bloodstream into the alveoli and on into your bronchi, to be expelled.

A natural screening system
Normally, microorganisms, dust and other foreign particles in the air
you breathe are removed by microscopic hairs on the surface of your
airways that beat hundreds of times a minute (cilia). The cilia sweep
the particles into your upper airway, where the particles are swallowed
into your digestive system, trapped in your nose hairs or expelled when
you cough.

Even when unwanted particles do get into your lungs, immune cells
destroy most of them. Alveoli, for example, house their own special
cleanup crew — immune cells called macrophages, which are attracted to
and ingest foreign substances, such as smoke particles, dust and
chemicals.

Fibers resist breakdown
Unfortunately, asbestos fibers are difficult to destroy, even for
macrophages. When a macrophage attempts to ingest an asbestos fiber, it
often fails because the fiber is too long and partially resistant to
breakdown. In the process, however, the macrophage leaks out substances
that were supposed to destroy the foreign body, but these substances can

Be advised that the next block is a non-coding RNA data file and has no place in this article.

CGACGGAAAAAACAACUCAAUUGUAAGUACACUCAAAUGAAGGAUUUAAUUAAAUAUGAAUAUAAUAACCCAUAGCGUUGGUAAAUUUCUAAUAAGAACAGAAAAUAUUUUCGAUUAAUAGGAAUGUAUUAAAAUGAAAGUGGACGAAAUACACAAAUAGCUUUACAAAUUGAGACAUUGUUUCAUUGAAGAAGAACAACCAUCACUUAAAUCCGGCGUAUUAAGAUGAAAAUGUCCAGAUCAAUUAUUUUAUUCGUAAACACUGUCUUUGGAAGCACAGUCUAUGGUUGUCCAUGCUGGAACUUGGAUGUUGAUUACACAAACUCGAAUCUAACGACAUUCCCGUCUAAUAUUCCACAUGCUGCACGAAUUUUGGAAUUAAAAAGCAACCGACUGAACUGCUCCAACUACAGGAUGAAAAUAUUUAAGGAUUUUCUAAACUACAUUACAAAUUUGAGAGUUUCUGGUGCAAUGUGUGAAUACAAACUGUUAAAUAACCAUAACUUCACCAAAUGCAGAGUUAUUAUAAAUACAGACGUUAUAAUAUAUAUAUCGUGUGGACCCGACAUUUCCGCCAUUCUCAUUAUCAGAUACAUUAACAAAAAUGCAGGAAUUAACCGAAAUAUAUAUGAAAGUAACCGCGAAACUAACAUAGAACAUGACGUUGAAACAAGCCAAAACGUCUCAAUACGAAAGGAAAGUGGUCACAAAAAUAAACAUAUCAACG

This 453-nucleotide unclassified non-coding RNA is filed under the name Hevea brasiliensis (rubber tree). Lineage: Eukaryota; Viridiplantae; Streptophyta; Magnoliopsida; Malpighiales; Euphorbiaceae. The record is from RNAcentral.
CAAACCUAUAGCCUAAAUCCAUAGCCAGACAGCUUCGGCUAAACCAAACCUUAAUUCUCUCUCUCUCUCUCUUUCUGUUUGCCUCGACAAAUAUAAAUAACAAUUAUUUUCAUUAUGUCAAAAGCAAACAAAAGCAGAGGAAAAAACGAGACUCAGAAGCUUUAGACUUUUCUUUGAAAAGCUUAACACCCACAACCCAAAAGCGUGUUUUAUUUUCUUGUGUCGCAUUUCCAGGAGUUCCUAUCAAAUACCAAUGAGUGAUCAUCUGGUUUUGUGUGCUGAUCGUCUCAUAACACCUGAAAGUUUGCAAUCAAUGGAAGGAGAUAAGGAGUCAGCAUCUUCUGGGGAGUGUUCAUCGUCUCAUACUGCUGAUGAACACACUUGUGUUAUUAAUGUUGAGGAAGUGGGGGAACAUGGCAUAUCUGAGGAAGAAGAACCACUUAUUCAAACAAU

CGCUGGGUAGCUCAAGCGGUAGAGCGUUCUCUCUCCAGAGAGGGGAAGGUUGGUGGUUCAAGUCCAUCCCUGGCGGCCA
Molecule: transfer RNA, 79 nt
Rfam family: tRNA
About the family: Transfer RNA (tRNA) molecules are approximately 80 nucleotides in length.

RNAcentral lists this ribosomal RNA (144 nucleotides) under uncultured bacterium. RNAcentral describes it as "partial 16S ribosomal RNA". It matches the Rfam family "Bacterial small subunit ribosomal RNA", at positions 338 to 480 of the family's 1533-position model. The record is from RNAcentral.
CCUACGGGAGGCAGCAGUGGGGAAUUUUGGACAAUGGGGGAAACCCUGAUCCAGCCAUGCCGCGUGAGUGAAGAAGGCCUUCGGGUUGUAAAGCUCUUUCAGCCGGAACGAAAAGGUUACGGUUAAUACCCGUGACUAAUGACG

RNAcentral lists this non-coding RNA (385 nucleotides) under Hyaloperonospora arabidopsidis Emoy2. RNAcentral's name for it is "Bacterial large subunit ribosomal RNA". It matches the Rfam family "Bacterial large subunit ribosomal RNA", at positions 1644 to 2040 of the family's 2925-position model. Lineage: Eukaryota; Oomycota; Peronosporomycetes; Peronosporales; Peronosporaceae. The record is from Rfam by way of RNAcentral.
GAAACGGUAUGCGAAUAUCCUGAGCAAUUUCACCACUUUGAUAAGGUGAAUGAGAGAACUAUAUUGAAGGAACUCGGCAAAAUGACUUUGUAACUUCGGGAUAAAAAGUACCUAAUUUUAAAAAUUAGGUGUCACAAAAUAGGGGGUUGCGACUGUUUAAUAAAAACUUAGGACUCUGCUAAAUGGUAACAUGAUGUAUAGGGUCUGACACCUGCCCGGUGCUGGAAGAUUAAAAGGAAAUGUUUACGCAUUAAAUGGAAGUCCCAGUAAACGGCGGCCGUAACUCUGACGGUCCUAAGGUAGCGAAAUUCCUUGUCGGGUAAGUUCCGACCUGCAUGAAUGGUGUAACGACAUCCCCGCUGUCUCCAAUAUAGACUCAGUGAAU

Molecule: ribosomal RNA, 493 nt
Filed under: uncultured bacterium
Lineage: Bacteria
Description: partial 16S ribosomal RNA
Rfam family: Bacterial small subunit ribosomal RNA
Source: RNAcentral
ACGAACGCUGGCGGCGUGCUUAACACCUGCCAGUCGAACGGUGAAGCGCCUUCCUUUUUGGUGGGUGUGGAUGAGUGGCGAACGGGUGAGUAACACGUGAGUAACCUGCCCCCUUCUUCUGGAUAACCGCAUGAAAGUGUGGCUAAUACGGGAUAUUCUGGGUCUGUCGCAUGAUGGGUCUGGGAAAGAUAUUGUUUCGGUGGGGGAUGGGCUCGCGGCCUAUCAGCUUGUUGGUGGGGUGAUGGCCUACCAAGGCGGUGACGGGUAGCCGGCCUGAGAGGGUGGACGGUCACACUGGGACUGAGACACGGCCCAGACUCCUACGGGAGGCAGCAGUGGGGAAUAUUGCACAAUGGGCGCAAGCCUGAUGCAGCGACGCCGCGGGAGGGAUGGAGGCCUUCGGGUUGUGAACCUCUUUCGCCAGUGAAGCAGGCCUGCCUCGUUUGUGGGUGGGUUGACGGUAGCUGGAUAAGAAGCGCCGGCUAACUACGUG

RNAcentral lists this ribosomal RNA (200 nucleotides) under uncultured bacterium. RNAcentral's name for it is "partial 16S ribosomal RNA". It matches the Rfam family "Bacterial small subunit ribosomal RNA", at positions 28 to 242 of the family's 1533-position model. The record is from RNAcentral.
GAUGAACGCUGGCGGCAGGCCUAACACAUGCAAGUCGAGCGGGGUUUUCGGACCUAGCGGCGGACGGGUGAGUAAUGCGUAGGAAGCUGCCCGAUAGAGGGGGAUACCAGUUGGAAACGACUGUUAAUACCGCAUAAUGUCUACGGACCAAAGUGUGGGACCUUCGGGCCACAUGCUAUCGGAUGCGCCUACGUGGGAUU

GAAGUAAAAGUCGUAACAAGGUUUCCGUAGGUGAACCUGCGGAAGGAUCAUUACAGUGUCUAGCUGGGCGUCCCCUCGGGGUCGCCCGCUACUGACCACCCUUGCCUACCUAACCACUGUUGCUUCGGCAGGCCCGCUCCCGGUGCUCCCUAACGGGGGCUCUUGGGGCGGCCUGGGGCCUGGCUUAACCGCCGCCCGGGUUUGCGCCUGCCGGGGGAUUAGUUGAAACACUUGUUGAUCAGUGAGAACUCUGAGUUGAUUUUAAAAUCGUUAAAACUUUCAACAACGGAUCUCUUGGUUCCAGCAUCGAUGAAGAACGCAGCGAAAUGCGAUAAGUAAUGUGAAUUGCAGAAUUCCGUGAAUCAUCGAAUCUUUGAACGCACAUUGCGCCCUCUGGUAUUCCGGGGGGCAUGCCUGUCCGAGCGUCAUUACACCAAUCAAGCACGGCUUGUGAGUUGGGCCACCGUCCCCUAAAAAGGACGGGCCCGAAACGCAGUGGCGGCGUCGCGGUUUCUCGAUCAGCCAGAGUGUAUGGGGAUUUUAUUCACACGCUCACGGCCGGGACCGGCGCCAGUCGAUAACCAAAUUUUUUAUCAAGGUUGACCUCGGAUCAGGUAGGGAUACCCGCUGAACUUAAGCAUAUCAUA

also harm the alveoli. This causes the alveoli to become inflamed and
eventually scar, a process referred to as fibrosis.

If many fibers are inhaled over a long period, the cumulative scarring
of alveoli reduces their ability to exchange oxygen and carbon dioxide.
The result is that your lung capacity diminishes, oxygen exchange is
diminished, and you feel increasingly short of breath. Also, because the
lungs are stiff, like a dried sponge, it takes a great deal of muscular
effort to breathe.

For unknown reasons, not everyone exposed to asbestos for long periods develops asbestosis. Genetic factors may play a role.

Risk factors

Because asbestos occurs naturally in the environment, everyone breathes
in some asbestos fibers. Usually, these are expelled before they reach
the deeper areas of your lungs, but even if they do, a few fibers won't
create signs and symptoms of asbestosis.

People most at risk of developing asbestosis are those who are exposed
to high concentrations of asbestos for long periods of time, such as
workers who were involved in the mining, milling, manufacturing,
installation or removal of asbestos products. Most cases of asbestosis
occur at least 10 years after the person's first exposure to asbestos.

Brief exposure to asbestos a few times in your life won't cause harm.
However, it's always best to avoid direct exposure. Removal of asbestos
products is generally considered a major project. If you decide to have
it done, seek the help of a professional.

If you live, work or study in a building where existing asbestos has
been contained and sealed, you're not at risk of asbestosis.

Complications

The severity of asbestosis is generally related to the amount and
duration of exposure to asbestos. Effects of the disease may be so mild
as to cause almost no symptoms. Or the condition may create such a
reduced flow of oxygen as to be disabling or even fatal. Asbestosis may
lead to the following conditions: